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The Firefox password manager vulnerability

The Firefox password manager vulnerability

Posted Nov 29, 2006 22:21 UTC (Wed) by kirkengaard (guest, #15022)
In reply to: The Firefox password manager vulnerability by emkey
Parent article: The Firefox password manager vulnerability

On the pat yourself on the back side of things, yes, good security practice does suggest that this sort of crutch is just like writing down your passwords anywhere else. Raise your hand if you know someone who has their login written on the computer or monitor (or a post it attached thereunto). The unwary user who simply says, "Oh! A labor saving device! I hate forgetting the password for that website!" is foolish, but common.


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Post-It notes

Posted Nov 30, 2006 13:11 UTC (Thu) by Richard_J_Neill (subscriber, #23093) [Link]

Often, post-it notes are quite sensible for storing passwords. It all depends on who has physical access, and for domestic users, writing the password down is no bad thing, especially if it helps them remember it. Of course it depends on what the password is for, but in most cases, if someone can break into your house, you have bigger problems than losing your passwords!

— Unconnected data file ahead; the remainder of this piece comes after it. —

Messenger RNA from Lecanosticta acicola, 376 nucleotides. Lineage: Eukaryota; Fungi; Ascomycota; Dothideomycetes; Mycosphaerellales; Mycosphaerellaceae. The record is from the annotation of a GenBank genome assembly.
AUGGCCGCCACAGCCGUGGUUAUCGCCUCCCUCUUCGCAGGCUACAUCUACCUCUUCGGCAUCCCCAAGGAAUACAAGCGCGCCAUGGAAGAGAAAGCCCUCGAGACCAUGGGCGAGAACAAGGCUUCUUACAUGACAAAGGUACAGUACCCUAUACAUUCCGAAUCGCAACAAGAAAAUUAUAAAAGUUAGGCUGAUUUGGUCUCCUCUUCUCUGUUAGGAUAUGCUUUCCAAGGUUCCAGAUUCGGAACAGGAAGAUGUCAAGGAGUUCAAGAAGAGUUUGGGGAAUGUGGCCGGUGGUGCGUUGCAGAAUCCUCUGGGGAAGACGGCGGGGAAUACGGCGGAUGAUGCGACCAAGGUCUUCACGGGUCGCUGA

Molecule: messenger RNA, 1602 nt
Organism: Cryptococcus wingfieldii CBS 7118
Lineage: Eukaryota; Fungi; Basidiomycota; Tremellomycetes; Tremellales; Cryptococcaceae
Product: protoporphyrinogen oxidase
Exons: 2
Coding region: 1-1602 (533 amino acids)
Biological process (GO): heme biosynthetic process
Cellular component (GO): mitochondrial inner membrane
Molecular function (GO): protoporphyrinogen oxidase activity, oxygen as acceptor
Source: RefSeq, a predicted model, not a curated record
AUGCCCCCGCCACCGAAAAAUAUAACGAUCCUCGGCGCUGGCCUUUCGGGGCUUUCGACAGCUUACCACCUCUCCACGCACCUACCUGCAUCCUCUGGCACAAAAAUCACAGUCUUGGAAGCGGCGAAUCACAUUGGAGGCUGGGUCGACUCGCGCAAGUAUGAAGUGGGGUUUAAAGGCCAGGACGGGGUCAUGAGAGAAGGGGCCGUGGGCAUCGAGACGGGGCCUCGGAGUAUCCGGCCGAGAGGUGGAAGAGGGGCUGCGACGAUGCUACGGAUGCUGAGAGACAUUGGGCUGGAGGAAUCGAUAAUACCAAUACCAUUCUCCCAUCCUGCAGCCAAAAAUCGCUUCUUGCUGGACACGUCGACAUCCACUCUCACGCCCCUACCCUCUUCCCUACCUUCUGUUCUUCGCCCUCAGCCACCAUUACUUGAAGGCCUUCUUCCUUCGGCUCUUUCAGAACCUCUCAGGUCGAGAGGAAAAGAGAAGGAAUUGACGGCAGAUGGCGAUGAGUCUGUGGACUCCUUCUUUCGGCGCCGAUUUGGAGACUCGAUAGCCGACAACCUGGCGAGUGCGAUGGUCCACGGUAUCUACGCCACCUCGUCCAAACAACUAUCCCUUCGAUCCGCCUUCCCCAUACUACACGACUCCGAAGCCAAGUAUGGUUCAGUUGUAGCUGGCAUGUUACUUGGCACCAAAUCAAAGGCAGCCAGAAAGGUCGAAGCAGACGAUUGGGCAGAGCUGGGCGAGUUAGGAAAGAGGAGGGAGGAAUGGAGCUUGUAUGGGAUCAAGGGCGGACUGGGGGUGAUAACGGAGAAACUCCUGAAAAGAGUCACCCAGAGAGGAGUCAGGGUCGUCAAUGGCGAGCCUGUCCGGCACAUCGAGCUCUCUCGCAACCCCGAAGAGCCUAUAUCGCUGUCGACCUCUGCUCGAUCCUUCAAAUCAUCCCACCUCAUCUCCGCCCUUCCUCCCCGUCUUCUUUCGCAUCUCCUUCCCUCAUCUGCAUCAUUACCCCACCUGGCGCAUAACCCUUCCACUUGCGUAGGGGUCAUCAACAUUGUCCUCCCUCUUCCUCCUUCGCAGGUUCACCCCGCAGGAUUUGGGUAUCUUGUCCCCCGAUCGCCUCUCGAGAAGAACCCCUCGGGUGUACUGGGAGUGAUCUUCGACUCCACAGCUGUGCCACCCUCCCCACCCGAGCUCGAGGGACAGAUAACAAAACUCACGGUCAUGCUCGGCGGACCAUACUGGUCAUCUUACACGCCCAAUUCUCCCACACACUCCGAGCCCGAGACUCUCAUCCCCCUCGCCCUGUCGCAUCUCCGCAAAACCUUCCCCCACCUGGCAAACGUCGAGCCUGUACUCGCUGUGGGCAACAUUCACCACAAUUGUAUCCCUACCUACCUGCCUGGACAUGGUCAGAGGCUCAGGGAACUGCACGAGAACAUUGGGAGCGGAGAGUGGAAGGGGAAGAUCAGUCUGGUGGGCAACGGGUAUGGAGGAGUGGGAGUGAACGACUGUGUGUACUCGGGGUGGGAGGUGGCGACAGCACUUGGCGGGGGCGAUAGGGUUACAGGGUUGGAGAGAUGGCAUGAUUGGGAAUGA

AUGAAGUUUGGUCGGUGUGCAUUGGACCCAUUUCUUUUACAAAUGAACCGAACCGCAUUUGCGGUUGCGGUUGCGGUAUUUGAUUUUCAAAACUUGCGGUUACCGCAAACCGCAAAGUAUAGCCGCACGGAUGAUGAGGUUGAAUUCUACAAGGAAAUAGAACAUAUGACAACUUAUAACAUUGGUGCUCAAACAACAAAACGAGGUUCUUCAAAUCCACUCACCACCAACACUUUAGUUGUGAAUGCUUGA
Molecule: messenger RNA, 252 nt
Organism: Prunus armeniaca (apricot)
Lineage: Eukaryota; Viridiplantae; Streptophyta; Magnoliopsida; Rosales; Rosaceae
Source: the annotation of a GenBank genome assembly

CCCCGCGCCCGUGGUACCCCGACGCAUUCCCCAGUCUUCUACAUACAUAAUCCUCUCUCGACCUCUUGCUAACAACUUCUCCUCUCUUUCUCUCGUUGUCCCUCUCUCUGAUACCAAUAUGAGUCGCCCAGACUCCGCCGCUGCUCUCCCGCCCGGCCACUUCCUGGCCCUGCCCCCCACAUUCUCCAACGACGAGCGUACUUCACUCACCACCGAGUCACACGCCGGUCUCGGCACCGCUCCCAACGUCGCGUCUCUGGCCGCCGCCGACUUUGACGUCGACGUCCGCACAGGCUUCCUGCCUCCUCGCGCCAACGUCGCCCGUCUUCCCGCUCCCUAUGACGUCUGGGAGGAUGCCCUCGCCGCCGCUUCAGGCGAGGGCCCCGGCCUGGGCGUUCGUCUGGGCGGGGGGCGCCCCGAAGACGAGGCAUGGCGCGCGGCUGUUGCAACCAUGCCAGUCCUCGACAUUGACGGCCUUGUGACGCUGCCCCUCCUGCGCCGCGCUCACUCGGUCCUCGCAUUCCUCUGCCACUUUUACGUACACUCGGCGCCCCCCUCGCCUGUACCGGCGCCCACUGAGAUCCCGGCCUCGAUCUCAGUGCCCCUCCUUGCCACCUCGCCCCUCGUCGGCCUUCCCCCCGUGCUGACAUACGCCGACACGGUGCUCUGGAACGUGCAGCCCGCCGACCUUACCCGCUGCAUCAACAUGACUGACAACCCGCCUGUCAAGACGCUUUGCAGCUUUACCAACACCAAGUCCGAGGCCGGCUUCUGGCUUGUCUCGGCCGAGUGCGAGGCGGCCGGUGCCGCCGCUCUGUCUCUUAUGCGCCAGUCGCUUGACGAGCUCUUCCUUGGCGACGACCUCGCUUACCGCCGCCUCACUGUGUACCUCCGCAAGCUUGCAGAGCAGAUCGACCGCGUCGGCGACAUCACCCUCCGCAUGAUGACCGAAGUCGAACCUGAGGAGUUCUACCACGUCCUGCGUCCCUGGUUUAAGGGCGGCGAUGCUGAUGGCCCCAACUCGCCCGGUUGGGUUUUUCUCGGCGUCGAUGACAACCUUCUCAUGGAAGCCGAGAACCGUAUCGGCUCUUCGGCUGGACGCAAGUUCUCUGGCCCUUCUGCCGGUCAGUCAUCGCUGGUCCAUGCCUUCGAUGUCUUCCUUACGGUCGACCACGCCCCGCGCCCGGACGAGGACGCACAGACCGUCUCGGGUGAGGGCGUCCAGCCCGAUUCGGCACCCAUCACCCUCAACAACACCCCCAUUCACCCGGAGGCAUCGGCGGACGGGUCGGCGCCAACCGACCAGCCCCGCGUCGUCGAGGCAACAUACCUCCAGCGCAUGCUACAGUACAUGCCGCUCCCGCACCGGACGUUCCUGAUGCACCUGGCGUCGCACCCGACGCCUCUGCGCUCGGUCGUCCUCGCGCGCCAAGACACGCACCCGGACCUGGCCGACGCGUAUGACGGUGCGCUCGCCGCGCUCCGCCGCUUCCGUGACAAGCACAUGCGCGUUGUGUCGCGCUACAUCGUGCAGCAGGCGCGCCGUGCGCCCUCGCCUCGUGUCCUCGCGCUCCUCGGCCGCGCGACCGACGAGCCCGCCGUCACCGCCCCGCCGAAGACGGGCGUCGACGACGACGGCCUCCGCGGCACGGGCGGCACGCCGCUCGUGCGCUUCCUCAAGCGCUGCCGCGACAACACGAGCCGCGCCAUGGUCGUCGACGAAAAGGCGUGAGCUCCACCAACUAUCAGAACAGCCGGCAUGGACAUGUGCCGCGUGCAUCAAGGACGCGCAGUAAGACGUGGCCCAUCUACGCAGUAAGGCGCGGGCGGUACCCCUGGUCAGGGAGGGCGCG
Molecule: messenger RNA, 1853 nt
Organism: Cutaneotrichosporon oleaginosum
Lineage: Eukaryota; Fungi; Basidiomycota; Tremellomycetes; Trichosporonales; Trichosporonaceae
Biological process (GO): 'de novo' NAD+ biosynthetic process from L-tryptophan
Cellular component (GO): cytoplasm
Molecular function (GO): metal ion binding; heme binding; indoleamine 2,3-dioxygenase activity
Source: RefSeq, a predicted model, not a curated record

The real danger is when a user uses the same password in multiple different places. Then, say their slashdot login might also work for their bank.

Post-It notes

Posted Nov 30, 2006 17:53 UTC (Thu) by emkey (guest, #144) [Link]

Post its are never a good idea. Why have passwords if they are? Passwords exists to limit access and provide auditing. Making it easy for somebody in your group or company to use your identity is not a good thing.

The main reason I don't store passwords beyond the obvious security issues is that I WILL forget a password if I don't have to type it in regularly.

Post-It notes

Posted Dec 3, 2006 15:55 UTC (Sun) by k8to (subscriber, #15413) [Link]

As the post you are responding to pointed out, post-it notes are useful because access to them is restricted to a physical domain, which can be quite small. A post it note on my computer here, for example, will be viewable by myself and a few close friends who visit my apartment. The risk is _quite_ small, and it would be fine for most applications.


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